It is vital to avoid introducing SLCCNV or the whitefly vector with transplants into fields or greenhouses. When possible, do not import transplants from areas with a known presence of SLCCNV or other whitefly-transmitted viruses as this can lead to introduction of the virus to new areas. Transplants should be produced in greenhouses, net houses, or protected under row covers. Periodically monitor transplants for SLCCNV symptoms and whiteflies. Systemic insecticides may be applied to reduce whitefly populations on transplants.  

Apply row covers to young plants.

The use of row covers, for the first 30 days, to protect young transplants in the field from whiteflies is an effective, though costly, method to prevent early infection of cucurbit plants by SLCCNV and other whitefly-transmitted viruses, especially in areas where whitefly pressure is high (Rojas et al., 2018, Annu. Rev. Phytopathol. 56).

Apply insecticides to manage whiteflies in production areas.

The application of insecticides can be an effective method to manage whitefly populations and slow the spread of begomovirus diseases. Systemic insecticides, such as neonicotinoids and cyazypyr (diamide), can be applied to transplants or plants in the field via drip irrigation or directly to foliage. The application of insecticides to manage whitefly adults and/or nymphs should be implemented with an IPM approach, e.g., based on monitoring whitefly populations with yellow sticky cards (Rojas et al., 2018). Consult local or regional guidelines to determine appropriate materials for suppression of whiteflies and treatment thresholds. 

Implement host-free periods in agricultural production areas.

Following harvest, cucurbit plants should be destroyed and removed from the field as soon as possible to eliminate sources of SLCCNV inoculum. Having a cucurbit-free period between harvest and the establishment of the next cucurbit crop or growing season is a sustainable approach that can reduce or delay begomovirus disease pressure (Rojas et al., 2018). Host-free periods are most effective when implemented on a regional basis.  

Follow local and/or regional recommendations for cucurbit production and management of common diseases and insects.

Consult local or regional guidelines for variety recommendations, production practices, and pesticide programs to help maintain cucurbit health, which would make it easier to detect potential virus symptoms.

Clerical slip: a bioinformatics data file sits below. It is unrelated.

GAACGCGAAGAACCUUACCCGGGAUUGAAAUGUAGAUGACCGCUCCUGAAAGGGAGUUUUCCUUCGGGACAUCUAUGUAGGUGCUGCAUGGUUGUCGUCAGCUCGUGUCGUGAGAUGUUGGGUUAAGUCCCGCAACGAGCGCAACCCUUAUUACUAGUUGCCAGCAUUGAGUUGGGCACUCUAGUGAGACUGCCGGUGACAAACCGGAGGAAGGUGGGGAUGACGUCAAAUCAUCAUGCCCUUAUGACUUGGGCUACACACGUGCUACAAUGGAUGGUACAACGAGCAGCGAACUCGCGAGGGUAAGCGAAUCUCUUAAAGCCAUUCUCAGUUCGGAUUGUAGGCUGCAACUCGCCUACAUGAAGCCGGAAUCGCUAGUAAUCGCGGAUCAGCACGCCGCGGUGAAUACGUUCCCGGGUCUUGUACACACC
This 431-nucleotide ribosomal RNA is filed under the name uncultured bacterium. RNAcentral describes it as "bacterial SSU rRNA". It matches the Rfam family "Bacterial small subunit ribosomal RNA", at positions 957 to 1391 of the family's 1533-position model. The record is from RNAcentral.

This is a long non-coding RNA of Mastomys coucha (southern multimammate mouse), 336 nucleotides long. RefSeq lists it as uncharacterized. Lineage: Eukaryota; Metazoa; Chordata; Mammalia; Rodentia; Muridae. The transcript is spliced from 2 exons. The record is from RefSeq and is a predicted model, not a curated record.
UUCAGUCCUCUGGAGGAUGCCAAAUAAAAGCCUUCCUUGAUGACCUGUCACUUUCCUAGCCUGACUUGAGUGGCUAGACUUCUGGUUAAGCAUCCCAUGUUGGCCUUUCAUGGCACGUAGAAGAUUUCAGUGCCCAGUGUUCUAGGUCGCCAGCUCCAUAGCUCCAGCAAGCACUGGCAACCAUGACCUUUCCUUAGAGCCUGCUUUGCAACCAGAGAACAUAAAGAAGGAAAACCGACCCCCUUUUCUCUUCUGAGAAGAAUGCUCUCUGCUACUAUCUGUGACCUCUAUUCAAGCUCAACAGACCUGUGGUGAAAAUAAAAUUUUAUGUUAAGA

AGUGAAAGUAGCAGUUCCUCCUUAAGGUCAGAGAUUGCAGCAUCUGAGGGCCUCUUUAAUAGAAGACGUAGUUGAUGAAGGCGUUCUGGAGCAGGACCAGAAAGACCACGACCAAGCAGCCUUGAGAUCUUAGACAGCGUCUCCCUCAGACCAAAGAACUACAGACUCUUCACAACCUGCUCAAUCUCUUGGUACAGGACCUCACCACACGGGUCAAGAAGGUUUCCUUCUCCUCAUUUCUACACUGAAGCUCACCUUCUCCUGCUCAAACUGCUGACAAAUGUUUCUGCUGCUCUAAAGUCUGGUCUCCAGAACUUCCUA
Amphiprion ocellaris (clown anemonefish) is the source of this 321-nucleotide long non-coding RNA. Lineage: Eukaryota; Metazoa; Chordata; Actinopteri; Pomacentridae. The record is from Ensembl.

Scout cucurbit plantings regularly for symptoms suggestive of virus infection and the presence of virus vectors.

If you observe plants with suspected virus infections, contact your local plant diagnostic laboratory.


Gilbertson, R. L. and Maliano, M. R. 2017. Yellow vein mosaic. In Keinath, A.P., Wintermantel, W. M., and Zitter, T. A. (eds.), Compendium of Cucurbit Diseases and Pests, 2nd edition (pp. 120). American Phytopathological Society Press. 

Visit the References page for a full reference list of cited articles.


This work is a publication of the Emerging Viruses in Cucurbits Working Group (EVCWG). It is supported by funding from the USDA NIFA (Agreement 2018-70006-28884) through the Southern IPM Center’s grant program project S22-026. Any opinions, findings, conclusions, or recommendations expressed in this publication are those of the author(s) and the EVCWG and do not necessarily reflect the views of the USDA NIFA or the Southern IPM Center.

This publication may be distributed without alteration for nonprofit educational purposes provided that appropriate credit is given to the authors and the Emerging Viruses in Cucurbits Working Group. Permission for any other uses should be requested from the Emerging Viruses in Cucurbits Working Group.

EVCWG Publication 2305 (April 2023)

Authors: Eric Hickerson, University of California – Davis, and Robert L. Gilbertson, University of California – Davis.

Senior editors: Rebecca A. Melanson, Mississippi State University, and William M. Wintermantel, USDA-ARS.

Reviewers: Olufemi J. Alabi, Texas A&M University, and Phyllis Himmel, University of California – Davis.